Is it better to live a life sheltered by the sometime awfulness of reality – or better to face the truth? Is the worst nightmare the one that’s real, or the imaginary one you create for yourself?
Expect some big questions and prepare yourself for a bumpy ride as two of our biggest stars in the young adult field go head to head with new books out this autumn.
Patrick Ness’s ‘More than This’ takes place in a dark world and opens with a death. But does Seth die? He finds himself living back in his childhood home – a place his family left because of a terrible incident.
But is he a ghost? If so, he’s not your conventional type. Or is it a hell he’s created for himself because of past guilt, because he appears to have returned to the past, but it’s a different past – and he is the only person in it.
Much of the early part of the book follows Seth trying to pull together the pieces as he forages in abandoned supermarkets for the tins that haven’t rusted or exploded.
Seth remembers and dreams what happened after a move to America to leave the past behind and the events that led up to his death.
Patrick Ness expertly weaves three storylines – why Seth moved to American why Seth died and where he is now and why is no-one else around.
You need someone of Patrick Ness’ abilities to make this compelling when it could so easily be confusing and the reader has to work hard to tie all the threads together. But it’s worth the challenge. Patrick Ness is a beautifully emotional writer as well as building tension even before you get to the action scenes and then wrong-footing you just when you think you're getting comfortable.
But the real strength in the book is the questions he wants us to ask ourselves. If it’s so easy to recreate a version of yourself online, to inhabit an internet world that seems welcoming and controllable – are we in danger of not confronting the real-life challenges that the world out there faces? Is it becoming just too easy to ignore the fact that the planet is looming towards environmental and economic disaster and choose to disengage ourselves?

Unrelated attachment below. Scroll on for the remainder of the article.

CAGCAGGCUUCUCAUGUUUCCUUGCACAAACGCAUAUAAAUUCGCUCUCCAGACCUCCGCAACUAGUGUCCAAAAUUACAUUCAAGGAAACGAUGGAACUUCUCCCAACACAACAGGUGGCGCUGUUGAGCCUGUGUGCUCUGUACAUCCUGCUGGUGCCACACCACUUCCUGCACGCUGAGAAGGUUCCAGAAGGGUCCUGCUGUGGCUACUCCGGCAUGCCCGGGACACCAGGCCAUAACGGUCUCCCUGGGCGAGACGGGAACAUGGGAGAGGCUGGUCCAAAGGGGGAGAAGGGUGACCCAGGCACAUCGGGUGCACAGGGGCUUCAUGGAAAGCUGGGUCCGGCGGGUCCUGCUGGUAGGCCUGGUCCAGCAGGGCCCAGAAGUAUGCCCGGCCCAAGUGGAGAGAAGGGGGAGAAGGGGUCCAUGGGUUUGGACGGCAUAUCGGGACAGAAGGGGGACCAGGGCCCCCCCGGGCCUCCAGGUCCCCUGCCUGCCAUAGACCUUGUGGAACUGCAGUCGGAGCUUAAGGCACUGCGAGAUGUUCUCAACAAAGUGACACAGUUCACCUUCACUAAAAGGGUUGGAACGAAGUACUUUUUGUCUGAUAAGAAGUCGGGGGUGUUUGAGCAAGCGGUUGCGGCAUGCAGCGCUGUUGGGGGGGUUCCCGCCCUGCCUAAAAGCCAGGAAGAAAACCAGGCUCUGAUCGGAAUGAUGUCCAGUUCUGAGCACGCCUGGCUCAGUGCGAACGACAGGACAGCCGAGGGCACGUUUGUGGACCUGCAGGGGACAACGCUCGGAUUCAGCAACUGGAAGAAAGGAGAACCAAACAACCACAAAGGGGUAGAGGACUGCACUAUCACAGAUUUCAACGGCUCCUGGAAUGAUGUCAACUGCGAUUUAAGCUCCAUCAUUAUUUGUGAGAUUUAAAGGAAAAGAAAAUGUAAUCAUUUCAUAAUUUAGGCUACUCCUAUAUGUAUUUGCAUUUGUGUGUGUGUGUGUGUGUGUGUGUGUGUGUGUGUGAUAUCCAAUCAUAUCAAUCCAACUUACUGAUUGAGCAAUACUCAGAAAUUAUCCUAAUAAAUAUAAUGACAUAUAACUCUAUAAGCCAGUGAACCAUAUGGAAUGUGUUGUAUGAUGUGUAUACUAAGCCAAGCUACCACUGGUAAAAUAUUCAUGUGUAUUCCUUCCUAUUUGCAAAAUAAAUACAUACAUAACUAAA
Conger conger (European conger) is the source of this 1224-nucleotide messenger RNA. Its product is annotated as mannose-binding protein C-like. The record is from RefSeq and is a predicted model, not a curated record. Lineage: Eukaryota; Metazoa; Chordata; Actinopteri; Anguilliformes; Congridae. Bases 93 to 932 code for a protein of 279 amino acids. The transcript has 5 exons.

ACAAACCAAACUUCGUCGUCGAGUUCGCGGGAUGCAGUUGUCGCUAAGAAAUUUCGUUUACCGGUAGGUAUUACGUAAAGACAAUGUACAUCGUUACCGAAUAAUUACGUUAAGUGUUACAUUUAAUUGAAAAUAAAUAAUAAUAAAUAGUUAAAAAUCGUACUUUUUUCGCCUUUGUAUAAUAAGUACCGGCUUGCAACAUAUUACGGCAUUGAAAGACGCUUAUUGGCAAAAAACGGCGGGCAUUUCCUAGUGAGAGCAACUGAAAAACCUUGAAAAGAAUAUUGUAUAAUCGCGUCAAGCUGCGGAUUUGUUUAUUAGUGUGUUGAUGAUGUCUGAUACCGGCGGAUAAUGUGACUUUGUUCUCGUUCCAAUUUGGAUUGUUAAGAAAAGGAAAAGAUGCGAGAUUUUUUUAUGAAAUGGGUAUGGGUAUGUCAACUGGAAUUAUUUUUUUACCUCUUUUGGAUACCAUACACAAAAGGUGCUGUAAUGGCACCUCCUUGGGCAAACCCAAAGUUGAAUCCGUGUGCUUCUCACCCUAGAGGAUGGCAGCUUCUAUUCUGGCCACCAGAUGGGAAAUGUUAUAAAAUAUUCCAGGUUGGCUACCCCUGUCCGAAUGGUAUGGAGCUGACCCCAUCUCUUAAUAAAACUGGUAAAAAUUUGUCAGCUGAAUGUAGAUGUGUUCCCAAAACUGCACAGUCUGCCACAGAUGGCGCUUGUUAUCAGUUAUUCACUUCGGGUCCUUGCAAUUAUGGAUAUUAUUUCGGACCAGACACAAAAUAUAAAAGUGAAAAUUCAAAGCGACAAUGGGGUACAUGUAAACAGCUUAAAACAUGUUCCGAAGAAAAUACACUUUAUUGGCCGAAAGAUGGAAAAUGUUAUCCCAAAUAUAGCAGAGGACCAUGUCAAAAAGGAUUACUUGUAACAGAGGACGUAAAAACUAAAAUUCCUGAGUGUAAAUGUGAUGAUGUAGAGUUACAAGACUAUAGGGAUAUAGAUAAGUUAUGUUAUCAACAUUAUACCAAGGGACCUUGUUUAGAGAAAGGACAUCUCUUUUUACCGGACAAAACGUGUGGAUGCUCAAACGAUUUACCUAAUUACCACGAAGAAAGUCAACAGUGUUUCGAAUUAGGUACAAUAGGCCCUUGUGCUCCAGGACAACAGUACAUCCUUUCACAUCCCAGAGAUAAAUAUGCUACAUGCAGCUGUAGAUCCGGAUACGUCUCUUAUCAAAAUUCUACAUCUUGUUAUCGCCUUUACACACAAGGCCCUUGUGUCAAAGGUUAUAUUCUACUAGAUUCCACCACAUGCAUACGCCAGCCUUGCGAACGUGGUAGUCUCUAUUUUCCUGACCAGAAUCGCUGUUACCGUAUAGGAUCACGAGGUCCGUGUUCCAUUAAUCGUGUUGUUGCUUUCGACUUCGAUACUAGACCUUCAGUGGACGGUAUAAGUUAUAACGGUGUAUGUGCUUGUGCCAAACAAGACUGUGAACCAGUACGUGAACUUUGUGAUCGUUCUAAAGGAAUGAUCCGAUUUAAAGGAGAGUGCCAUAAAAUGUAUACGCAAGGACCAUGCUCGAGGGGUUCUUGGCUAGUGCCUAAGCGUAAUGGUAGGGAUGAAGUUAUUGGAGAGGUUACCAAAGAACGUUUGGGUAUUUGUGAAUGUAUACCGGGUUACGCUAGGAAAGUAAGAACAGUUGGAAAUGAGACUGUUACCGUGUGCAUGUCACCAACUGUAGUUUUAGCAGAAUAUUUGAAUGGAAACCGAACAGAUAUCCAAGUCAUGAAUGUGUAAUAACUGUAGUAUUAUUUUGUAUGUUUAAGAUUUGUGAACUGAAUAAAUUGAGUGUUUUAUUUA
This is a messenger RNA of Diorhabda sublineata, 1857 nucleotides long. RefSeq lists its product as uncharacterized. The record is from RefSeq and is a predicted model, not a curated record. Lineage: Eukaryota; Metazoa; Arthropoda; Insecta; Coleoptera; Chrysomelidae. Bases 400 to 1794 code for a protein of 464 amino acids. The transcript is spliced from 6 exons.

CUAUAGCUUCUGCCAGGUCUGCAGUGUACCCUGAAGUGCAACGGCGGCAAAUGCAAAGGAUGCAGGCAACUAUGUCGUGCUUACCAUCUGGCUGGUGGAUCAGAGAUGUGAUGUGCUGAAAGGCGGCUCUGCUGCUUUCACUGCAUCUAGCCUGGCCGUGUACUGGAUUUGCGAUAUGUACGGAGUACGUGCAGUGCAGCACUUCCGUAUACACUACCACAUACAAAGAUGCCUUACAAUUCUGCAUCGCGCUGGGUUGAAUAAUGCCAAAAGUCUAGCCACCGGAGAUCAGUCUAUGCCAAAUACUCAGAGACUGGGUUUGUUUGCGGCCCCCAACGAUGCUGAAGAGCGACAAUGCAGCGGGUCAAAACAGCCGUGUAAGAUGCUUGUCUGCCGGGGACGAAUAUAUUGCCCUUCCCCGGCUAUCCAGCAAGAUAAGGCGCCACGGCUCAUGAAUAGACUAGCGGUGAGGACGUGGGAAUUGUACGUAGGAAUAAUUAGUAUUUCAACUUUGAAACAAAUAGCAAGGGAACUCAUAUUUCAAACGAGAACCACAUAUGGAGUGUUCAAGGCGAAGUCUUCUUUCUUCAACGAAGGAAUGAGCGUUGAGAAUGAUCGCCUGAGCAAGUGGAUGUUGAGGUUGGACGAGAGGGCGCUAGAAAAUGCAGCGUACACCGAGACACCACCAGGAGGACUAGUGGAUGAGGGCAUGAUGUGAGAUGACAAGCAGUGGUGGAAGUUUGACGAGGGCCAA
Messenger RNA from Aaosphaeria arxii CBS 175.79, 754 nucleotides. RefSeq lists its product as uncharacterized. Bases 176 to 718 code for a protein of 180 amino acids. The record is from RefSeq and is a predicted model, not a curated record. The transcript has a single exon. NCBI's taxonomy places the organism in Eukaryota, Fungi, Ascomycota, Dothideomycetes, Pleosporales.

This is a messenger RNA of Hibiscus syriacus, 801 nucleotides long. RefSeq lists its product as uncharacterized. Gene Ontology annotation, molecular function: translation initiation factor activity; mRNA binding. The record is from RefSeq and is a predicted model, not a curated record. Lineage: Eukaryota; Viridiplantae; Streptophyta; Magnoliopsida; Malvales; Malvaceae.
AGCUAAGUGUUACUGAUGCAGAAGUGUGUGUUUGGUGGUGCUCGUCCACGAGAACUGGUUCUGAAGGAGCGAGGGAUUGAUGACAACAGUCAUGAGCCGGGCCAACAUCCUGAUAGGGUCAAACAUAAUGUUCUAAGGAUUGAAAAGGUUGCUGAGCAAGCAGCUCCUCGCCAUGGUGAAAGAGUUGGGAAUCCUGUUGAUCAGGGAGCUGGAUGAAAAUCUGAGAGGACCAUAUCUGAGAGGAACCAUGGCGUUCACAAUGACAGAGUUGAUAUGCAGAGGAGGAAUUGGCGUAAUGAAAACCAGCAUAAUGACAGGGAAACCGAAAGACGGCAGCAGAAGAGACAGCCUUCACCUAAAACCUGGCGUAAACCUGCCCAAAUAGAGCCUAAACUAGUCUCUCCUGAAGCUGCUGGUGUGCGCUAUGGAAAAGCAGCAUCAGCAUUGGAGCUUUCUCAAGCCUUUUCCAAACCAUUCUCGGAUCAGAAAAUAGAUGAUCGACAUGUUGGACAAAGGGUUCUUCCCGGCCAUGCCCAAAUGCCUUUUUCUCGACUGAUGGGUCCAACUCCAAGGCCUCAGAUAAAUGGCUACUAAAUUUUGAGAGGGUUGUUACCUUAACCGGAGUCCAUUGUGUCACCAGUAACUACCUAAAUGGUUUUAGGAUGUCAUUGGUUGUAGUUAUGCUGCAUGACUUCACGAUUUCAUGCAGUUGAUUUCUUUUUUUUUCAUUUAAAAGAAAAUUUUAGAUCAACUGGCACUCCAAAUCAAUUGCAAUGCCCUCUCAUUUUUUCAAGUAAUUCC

And ultimately – if we had the choice would we choose messy, complicated, painful real life over computer controlled happiness?
Patrick Ness is surely one the ‘must read’ authors of the moment. My favourite children’s book of last year was ‘A Monster Calls’ and his intriguing ‘The Crane Wife’, written for adults, is a romance between a humble man and the woman who arrives in his life and turns it around.
Patrick Ness's humble romantic hero never feels he deserves the beautiful, exotic woman who seems to love him, so he suspects instead she cannot what she seems. Patrick Ness takes the traditional myth stories where beings can be gods or from other worlds sent to live among us and is a lesson in trust and how prying too deeply into people’s backgrounds can be damaging in an updated love story. A beautiful read and two books definitely worth seeking out by any of his readers who want a change of pace from Patrick Ness's teen reads.
Meg Rosoff also turns to creating a mystery story as her latest book. ‘Picture me Gone’ is published just as we are preparing to welcome the film version of her first novel ‘The Way I Live Now’.
'Picture Me Gone’ is similarly about a trip to America, but this time it’s a holiday for twelve-year-old Mila and her dad, Gil, who live a comfortable existence, looking forward to an exciting holiday.
Mila is so good at picking up peoples’ signals, better than the adults around her who sometimes seem to be out of tune, not as clued-in to seeing what is really going on.
Mila likens herself to Agatha Christie’s Poirot, so that sometimes she appears almost psychic. She laughs a little how her mum and dad aren’t half so good at seeing how obvious life is.
Mila think’s she’s going to be useful as she sees herself as the grown-up of the two – practical about packing and planning, organising life. At twelve Mira definitely feels she’s a grown-up.
The road trip around snowy America is a delight for the senses in the company of such an observant narrator, seeing the motels and the grocery stores up close.
But the old friend of her father’s they are visiting has disappeared – just after the birth of his second son.
Where has he gone? And, more importantly, why?
As Mila and Gil travel she realises he has a hidden agenda for the trip and over the course of their holiday she will have returned to her father’s years as a young man and learned how some adults, even ones that start out with promise, are able to spectacularly mess up their lives.
It’s not a pretty expedition – like Patrick Ness’s journey it goes to some dark places about quite ordinary people can get their lives spectacularly wrong and how hiding from bad choices rather than facing up to them can take you to where there is nowhere back from.
It’s also a journey into the adult world and a discussion about how much more there is to the world than adolescent readers might like to think. How much easier to assume that, at twelve, you already have all the answers, see everything in black and white when most people's lives quickly descend into a grey, fuzzy mess with no clear-cut edges.
The best thing about stories is the ability to inhabit someone else’s head for a while, get a new perspective on the world. They both do that brilliantly for their adolescent market - both thought provoking reads that challenge their readers to want to see life for how it really is and to embrace the world for that.
Two perfect novels for people who want their teen novels to be quietly intense.